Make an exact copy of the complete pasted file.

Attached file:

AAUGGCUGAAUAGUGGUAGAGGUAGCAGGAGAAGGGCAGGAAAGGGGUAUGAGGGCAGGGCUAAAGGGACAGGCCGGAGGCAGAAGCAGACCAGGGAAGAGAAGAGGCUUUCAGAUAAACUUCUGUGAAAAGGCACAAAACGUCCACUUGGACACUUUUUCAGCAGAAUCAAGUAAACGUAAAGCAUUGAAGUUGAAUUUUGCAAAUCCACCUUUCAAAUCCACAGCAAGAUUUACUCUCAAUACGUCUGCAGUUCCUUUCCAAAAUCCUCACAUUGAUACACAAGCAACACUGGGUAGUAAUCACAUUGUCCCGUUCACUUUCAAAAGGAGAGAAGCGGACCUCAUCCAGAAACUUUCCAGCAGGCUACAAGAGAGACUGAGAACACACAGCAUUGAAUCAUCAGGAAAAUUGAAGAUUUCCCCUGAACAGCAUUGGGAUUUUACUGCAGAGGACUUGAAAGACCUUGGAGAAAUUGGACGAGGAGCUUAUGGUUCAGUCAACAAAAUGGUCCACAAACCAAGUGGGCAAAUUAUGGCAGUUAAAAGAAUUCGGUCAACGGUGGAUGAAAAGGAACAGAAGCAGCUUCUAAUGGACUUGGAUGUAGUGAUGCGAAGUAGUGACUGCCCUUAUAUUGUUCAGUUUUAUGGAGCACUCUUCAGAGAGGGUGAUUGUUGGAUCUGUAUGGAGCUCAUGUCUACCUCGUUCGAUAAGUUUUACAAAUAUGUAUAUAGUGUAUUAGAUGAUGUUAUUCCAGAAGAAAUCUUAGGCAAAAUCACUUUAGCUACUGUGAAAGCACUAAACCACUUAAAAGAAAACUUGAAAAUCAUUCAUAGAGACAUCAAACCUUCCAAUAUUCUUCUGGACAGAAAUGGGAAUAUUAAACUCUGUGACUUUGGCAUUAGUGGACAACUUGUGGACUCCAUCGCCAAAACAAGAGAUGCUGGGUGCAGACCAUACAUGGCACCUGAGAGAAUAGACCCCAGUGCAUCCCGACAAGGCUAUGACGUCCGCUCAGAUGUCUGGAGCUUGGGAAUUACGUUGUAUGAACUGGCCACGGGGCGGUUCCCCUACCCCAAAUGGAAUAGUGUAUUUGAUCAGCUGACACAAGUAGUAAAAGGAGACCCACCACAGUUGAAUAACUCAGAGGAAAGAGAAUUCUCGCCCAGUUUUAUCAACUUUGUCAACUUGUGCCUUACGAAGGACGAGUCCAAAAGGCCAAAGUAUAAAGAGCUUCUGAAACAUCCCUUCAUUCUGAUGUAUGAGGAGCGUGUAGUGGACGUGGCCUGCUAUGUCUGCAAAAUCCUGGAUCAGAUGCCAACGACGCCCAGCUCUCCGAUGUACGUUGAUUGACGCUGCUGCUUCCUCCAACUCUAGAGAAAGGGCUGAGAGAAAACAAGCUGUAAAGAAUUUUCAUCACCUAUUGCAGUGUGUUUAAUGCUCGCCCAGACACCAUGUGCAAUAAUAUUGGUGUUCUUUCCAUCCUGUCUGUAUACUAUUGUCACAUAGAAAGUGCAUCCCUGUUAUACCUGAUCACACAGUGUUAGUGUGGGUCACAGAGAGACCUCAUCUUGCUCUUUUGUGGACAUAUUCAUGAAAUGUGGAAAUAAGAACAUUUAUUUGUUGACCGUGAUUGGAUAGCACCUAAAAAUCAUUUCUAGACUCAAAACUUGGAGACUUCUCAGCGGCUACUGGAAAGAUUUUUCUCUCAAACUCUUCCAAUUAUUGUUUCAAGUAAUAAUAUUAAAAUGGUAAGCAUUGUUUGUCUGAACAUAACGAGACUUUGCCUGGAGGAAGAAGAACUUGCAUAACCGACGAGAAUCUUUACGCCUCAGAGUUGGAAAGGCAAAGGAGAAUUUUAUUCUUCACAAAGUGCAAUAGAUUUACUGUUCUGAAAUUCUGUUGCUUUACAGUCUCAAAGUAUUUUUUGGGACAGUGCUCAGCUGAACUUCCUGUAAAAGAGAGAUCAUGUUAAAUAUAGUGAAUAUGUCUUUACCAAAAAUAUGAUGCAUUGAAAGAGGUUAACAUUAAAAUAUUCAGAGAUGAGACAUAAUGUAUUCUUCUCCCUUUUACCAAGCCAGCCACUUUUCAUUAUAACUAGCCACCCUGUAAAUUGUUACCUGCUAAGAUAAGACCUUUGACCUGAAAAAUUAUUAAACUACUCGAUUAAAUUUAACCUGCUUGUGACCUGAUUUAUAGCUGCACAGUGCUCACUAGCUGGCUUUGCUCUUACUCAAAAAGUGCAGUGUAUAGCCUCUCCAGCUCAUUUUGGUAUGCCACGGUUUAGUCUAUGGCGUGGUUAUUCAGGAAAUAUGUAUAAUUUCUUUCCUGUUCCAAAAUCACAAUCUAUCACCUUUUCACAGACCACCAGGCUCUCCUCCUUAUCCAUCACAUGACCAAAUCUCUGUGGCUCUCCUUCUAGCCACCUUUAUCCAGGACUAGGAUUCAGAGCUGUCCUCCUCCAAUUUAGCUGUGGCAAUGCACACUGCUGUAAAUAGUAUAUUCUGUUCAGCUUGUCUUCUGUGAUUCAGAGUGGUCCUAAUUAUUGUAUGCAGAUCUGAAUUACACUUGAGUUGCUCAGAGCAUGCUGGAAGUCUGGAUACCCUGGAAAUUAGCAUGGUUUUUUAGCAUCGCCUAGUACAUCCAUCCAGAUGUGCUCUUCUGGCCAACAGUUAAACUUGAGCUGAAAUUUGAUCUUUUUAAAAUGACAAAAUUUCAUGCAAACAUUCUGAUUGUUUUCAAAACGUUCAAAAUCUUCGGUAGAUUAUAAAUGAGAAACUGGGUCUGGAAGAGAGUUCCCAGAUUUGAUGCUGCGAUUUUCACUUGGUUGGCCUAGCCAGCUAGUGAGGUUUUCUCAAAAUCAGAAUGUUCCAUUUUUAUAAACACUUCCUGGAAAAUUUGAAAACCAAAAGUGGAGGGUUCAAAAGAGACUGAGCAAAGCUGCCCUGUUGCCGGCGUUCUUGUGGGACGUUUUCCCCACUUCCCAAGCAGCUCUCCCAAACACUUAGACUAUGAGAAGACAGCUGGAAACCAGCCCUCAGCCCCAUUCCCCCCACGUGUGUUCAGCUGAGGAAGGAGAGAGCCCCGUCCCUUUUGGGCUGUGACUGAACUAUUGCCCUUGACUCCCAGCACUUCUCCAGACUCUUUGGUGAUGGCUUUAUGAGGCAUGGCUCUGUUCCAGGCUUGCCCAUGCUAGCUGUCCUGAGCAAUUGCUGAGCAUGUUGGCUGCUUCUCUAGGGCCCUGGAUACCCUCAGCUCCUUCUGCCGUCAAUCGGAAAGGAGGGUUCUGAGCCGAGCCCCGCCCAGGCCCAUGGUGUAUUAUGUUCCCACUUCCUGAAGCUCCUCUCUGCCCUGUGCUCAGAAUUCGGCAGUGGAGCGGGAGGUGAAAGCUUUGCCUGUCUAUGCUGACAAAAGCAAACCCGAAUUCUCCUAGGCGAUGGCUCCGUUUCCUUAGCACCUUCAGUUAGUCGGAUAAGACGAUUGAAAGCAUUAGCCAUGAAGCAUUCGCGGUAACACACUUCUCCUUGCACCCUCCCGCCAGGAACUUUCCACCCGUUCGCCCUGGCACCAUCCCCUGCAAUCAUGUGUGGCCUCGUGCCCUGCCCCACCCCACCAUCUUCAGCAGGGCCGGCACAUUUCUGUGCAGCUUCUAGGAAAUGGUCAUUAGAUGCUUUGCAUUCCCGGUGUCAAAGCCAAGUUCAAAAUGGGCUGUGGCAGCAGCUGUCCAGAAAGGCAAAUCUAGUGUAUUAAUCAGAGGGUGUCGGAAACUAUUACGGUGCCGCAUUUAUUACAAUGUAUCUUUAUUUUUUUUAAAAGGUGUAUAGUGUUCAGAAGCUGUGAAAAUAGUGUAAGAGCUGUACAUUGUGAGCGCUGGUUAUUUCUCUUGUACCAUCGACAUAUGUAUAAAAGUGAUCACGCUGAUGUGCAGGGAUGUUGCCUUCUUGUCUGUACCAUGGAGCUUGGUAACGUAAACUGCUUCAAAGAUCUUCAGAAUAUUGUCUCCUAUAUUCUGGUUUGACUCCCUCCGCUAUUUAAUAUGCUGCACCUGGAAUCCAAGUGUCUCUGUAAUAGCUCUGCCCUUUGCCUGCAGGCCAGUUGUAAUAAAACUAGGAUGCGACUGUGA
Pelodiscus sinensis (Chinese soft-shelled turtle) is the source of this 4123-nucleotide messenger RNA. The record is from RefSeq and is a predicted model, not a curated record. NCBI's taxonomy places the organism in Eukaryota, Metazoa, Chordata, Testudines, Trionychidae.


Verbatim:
AAUGGCUGAAUAGUGGUAGAGGUAGCAGGAGAAGGGCAGGAAAGGGGUAUGAGGGCAGGGCUAAAGGGACAGGCCGGAGGCAGAAGCAGACCAGGGAAGAGAAGAGGCUUUCAGAUAAACUUCUGUGAAAAGGCACAAAACGUCCACUUGGACACUUUUUCAGCAGAAUCAAGUAAACGUAAAGCAUUGAAGUUGAAUUUUGCAAAUCCACCUUUCAAAUCCACAGCAAGAUUUACUCUCAAUACGUCUGCAGUUCCUUUCCAAAAUCCUCACAUUGAUACACAAGCAACACUGGGUAGUAAUCACAUUGUCCCGUUCACUUUCAAAAGGAGAGAAGCGGACCUCAUCCAGAAACUUUCCAGCAGGCUACAAGAGAGACUGAGAACACACAGCAUUGAAUCAUCAGGAAAAUUGAAGAUUUCCCCUGAACAGCAUUGGGAUUUUACUGCAGAGGACUUGAAAGACCUUGGAGAAAUUGGACGAGGAGCUUAUGGUUCAGUCAACAAAAUGGUCCACAAACCAAGUGGGCAAAUUAUGGCAGUUAAAAGAAUUCGGUCAACGGUGGAUGAAAAGGAACAGAAGCAGCUUCUAAUGGACUUGGAUGUAGUGAUGCGAAGUAGUGACUGCCCUUAUAUUGUUCAGUUUUAUGGAGCACUCUUCAGAGAGGGUGAUUGUUGGAUCUGUAUGGAGCUCAUGUCUACCUCGUUCGAUAAGUUUUACAAAUAUGUAUAUAGUGUAUUAGAUGAUGUUAUUCCAGAAGAAAUCUUAGGCAAAAUCACUUUAGCUACUGUGAAAGCACUAAACCACUUAAAAGAAAACUUGAAAAUCAUUCAUAGAGACAUCAAACCUUCCAAUAUUCUUCUGGACAGAAAUGGGAAUAUUAAACUCUGUGACUUUGGCAUUAGUGGACAACUUGUGGACUCCAUCGCCAAAACAAGAGAUGCUGGGUGCAGACCAUACAUGGCACCUGAGAGAAUAGACCCCAGUGCAUCCCGACAAGGCUAUGACGUCCGCUCAGAUGUCUGGAGCUUGGGAAUUACGUUGUAUGAACUGGCCACGGGGCGGUUCCCCUACCCCAAAUGGAAUAGUGUAUUUGAUCAGCUGACACAAGUAGUAAAAGGAGACCCACCACAGUUGAAUAACUCAGAGGAAAGAGAAUUCUCGCCCAGUUUUAUCAACUUUGUCAACUUGUGCCUUACGAAGGACGAGUCCAAAAGGCCAAAGUAUAAAGAGCUUCUGAAACAUCCCUUCAUUCUGAUGUAUGAGGAGCGUGUAGUGGACGUGGCCUGCUAUGUCUGCAAAAUCCUGGAUCAGAUGCCAACGACGCCCAGCUCUCCGAUGUACGUUGAUUGACGCUGCUGCUUCCUCCAACUCUAGAGAAAGGGCUGAGAGAAAACAAGCUGUAAAGAAUUUUCAUCACCUAUUGCAGUGUGUUUAAUGCUCGCCCAGACACCAUGUGCAAUAAUAUUGGUGUUCUUUCCAUCCUGUCUGUAUACUAUUGUCACAUAGAAAGUGCAUCCCUGUUAUACCUGAUCACACAGUGUUAGUGUGGGUCACAGAGAGACCUCAUCUUGCUCUUUUGUGGACAUAUUCAUGAAAUGUGGAAAUAAGAACAUUUAUUUGUUGACCGUGAUUGGAUAGCACCUAAAAAUCAUUUCUAGACUCAAAACUUGGAGACUUCUCAGCGGCUACUGGAAAGAUUUUUCUCUCAAACUCUUCCAAUUAUUGUUUCAAGUAAUAAUAUUAAAAUGGUAAGCAUUGUUUGUCUGAACAUAACGAGACUUUGCCUGGAGGAAGAAGAACUUGCAUAACCGACGAGAAUCUUUACGCCUCAGAGUUGGAAAGGCAAAGGAGAAUUUUAUUCUUCACAAAGUGCAAUAGAUUUACUGUUCUGAAAUUCUGUUGCUUUACAGUCUCAAAGUAUUUUUUGGGACAGUGCUCAGCUGAACUUCCUGUAAAAGAGAGAUCAUGUUAAAUAUAGUGAAUAUGUCUUUACCAAAAAUAUGAUGCAUUGAAAGAGGUUAACAUUAAAAUAUUCAGAGAUGAGACAUAAUGUAUUCUUCUCCCUUUUACCAAGCCAGCCACUUUUCAUUAUAACUAGCCACCCUGUAAAUUGUUACCUGCUAAGAUAAGACCUUUGACCUGAAAAAUUAUUAAACUACUCGAUUAAAUUUAACCUGCUUGUGACCUGAUUUAUAGCUGCACAGUGCUCACUAGCUGGCUUUGCUCUUACUCAAAAAGUGCAGUGUAUAGCCUCUCCAGCUCAUUUUGGUAUGCCACGGUUUAGUCUAUGGCGUGGUUAUUCAGGAAAUAUGUAUAAUUUCUUUCCUGUUCCAAAAUCACAAUCUAUCACCUUUUCACAGACCACCAGGCUCUCCUCCUUAUCCAUCACAUGACCAAAUCUCUGUGGCUCUCCUUCUAGCCACCUUUAUCCAGGACUAGGAUUCAGAGCUGUCCUCCUCCAAUUUAGCUGUGGCAAUGCACACUGCUGUAAAUAGUAUAUUCUGUUCAGCUUGUCUUCUGUGAUUCAGAGUGGUCCUAAUUAUUGUAUGCAGAUCUGAAUUACACUUGAGUUGCUCAGAGCAUGCUGGAAGUCUGGAUACCCUGGAAAUUAGCAUGGUUUUUUAGCAUCGCCUAGUACAUCCAUCCAGAUGUGCUCUUCUGGCCAACAGUUAAACUUGAGCUGAAAUUUGAUCUUUUUAAAAUGACAAAAUUUCAUGCAAACAUUCUGAUUGUUUUCAAAACGUUCAAAAUCUUCGGUAGAUUAUAAAUGAGAAACUGGGUCUGGAAGAGAGUUCCCAGAUUUGAUGCUGCGAUUUUCACUUGGUUGGCCUAGCCAGCUAGUGAGGUUUUCUCAAAAUCAGAAUGUUCCAUUUUUAUAAACACUUCCUGGAAAAUUUGAAAACCAAAAGUGGAGGGUUCAAAAGAGACUGAGCAAAGCUGCCCUGUUGCCGGCGUUCUUGUGGGACGUUUUCCCCACUUCCCAAGCAGCUCUCCCAAACACUUAGACUAUGAGAAGACAGCUGGAAACCAGCCCUCAGCCCCAUUCCCCCCACGUGUGUUCAGCUGAGGAAGGAGAGAGCCCCGUCCCUUUUGGGCUGUGACUGAACUAUUGCCCUUGACUCCCAGCACUUCUCCAGACUCUUUGGUGAUGGCUUUAUGAGGCAUGGCUCUGUUCCAGGCUUGCCCAUGCUAGCUGUCCUGAGCAAUUGCUGAGCAUGUUGGCUGCUUCUCUAGGGCCCUGGAUACCCUCAGCUCCUUCUGCCGUCAAUCGGAAAGGAGGGUUCUGAGCCGAGCCCCGCCCAGGCCCAUGGUGUAUUAUGUUCCCACUUCCUGAAGCUCCUCUCUGCCCUGUGCUCAGAAUUCGGCAGUGGAGCGGGAGGUGAAAGCUUUGCCUGUCUAUGCUGACAAAAGCAAACCCGAAUUCUCCUAGGCGAUGGCUCCGUUUCCUUAGCACCUUCAGUUAGUCGGAUAAGACGAUUGAAAGCAUUAGCCAUGAAGCAUUCGCGGUAACACACUUCUCCUUGCACCCUCCCGCCAGGAACUUUCCACCCGUUCGCCCUGGCACCAUCCCCUGCAAUCAUGUGUGGCCUCGUGCCCUGCCCCACCCCACCAUCUUCAGCAGGGCCGGCACAUUUCUGUGCAGCUUCUAGGAAAUGGUCAUUAGAUGCUUUGCAUUCCCGGUGUCAAAGCCAAGUUCAAAAUGGGCUGUGGCAGCAGCUGUCCAGAAAGGCAAAUCUAGUGUAUUAAUCAGAGGGUGUCGGAAACUAUUACGGUGCCGCAUUUAUUACAAUGUAUCUUUAUUUUUUUUAAAAGGUGUAUAGUGUUCAGAAGCUGUGAAAAUAGUGUAAGAGCUGUACAUUGUGAGCGCUGGUUAUUUCUCUUGUACCAUCGACAUAUGUAUAAAAGUGAUCACGCUGAUGUGCAGGGAUGUUGCCUUCUUGUCUGUACCAUGGAGCUUGGUAACGUAAACUGCUUCAAAGAUCUUCAGAAUAUUGUCUCCUAUAUUCUGGUUUGACUCCCUCCGCUAUUUAAUAUGCUGCACCUGGAAUCCAAGUGUCUCUGUAAUAGCUCUGCCCUUUGCCUGCAGGCCAGUUGUAAUAAAACUAGGAUGCGACUGUGA
Pelodiscus sinensis (Chinese soft-shelled turtle) is the source of this 4123-nucleotide messenger RNA. The record is from RefSeq and is a predicted model, not a curated record. NCBI's taxonomy places the organism in Eukaryota, Metazoa, Chordata, Testudines, Trionychidae.